Posted by gregferrara on October 23, 2013
Late tonight on TCM, in the early morning hours of tomorrow, three movies back to back to back, Trader Horn, Malaya and Macao, feature what were once exotic, unknown locales. Trader Horn is the most famous of the three but still has no official release on DVD, possibly due to the story elements of the time that make for some seriously uncomfortable viewing today. That is to say, the African tribes are portrayed as primitive savages and the white girl they kidnapped as a child is now worshiped as a white goddess. But wait, it gets better (by which I mean, worse). Animals like lions were mistreated, starved to make them attack hyenas and members of the cast and crew got sick and two of them even died. So, yeah, the whole thing feels kind of dirty at this point but it’s a record of those attitudes and methods and, frankly, I always recommend watching things like that because it’s an undeniably important artifact for the very reason it’s also rather distasteful. But here’s what you don’t need to see it for: The exotic locations. Why? They’re not exotic anymore.
There was a time in movie history when just having a story take place somewhere other than a hometown setting was reason enough to make and see the movie. Places like Morocco, Rio de Janeiro, Egypt, Arabia and the Far East all held a mysterious sway over Americans and Western Europeans eager to see those hidden corners of the globe they’d only read about in books and travel magazines. Tall tales about exotic people and tribal customs unfamiliar to the average Joe. Documentaries, or reasonable facsimiles thereof, like Nanook of the North, exposed movie goers to some of these distant customs, even if they had to be faked for the movie. A part of it was curiosity and a part of it was also a way of reassuring the viewers that no matter how hard their lives were, at least they were superior to those primitives living around the globe.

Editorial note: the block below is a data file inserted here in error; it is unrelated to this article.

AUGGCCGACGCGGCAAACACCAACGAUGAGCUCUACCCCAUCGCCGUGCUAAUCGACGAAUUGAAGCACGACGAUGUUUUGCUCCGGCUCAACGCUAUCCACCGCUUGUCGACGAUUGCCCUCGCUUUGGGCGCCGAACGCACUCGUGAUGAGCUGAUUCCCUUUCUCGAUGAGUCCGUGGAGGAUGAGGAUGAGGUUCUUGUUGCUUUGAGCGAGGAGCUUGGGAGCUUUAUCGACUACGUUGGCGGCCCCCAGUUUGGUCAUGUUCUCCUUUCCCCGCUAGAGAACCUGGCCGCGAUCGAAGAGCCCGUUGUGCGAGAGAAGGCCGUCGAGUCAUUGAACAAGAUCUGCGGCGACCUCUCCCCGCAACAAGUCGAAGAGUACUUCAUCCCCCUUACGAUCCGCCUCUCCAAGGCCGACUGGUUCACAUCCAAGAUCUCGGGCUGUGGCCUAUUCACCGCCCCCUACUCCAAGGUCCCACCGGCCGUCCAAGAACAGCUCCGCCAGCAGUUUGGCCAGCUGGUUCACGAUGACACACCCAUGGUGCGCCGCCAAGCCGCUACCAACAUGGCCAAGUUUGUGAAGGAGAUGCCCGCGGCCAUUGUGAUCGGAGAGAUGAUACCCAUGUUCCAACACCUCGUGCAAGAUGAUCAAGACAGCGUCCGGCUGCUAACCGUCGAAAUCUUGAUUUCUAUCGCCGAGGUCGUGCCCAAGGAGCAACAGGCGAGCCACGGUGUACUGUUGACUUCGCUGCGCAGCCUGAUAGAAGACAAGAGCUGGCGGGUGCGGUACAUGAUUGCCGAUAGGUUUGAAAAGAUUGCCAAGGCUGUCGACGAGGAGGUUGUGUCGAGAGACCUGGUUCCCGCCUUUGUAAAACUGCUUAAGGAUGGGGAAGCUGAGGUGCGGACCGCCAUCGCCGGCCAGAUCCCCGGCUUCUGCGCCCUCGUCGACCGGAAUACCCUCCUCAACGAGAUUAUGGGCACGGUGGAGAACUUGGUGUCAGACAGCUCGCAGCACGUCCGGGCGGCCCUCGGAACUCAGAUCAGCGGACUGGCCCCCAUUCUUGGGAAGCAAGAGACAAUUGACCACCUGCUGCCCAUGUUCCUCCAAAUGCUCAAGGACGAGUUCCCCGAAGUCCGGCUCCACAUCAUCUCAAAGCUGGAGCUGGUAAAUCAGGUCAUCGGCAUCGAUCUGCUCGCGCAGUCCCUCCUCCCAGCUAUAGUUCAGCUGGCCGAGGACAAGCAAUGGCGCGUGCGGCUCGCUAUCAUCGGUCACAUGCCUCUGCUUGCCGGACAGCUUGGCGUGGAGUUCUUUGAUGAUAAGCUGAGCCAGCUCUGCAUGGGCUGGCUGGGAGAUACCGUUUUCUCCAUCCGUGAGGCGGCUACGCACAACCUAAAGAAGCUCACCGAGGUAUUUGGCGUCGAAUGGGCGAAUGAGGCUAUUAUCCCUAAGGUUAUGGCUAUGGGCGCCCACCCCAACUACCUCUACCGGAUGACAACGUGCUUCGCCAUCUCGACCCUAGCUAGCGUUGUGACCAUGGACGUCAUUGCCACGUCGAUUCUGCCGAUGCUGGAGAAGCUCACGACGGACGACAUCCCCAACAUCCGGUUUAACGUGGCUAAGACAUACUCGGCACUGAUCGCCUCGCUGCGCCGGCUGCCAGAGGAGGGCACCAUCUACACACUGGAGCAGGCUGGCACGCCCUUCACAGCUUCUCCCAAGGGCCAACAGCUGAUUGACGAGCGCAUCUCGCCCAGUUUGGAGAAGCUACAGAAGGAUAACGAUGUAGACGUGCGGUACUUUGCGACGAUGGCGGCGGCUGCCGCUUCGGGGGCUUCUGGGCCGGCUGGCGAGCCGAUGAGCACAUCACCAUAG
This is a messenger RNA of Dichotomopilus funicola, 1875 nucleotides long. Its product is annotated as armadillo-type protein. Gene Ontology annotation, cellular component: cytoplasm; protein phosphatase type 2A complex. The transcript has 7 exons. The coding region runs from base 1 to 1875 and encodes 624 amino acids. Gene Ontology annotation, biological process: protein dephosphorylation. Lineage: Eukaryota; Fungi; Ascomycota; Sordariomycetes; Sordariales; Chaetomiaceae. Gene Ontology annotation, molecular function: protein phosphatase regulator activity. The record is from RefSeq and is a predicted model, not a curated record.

And they made good backdrops for established stars and comedians, like Bob Hope and Bing Crosby, to play off of in their famous Road pictures with Dorothy Lamour. In other films, like the big budget epics Lost Horizon and The Razor’s Edge, the locale offered an inner peace unavailable to the modern man living in his button down, white collar habitat, too busy working to understand himself. And these kinds of movies are still made today, like Eat Pray Love with Julia Roberts, but they no longer hold the big box office appeal of seeing something so exotic it can’t be seen anywhere else. The fact is, technology has rendered the exotic ordinary. Take a trip around Google Maps to see the world. Go to Wikipedia and find out everything you want to know about any country in the world. No historical detail is too insignificant and no spot on earth too remote to not have full explanations, stories and pictures available to anyone who cares to seek them out. And so, the movies have moved on.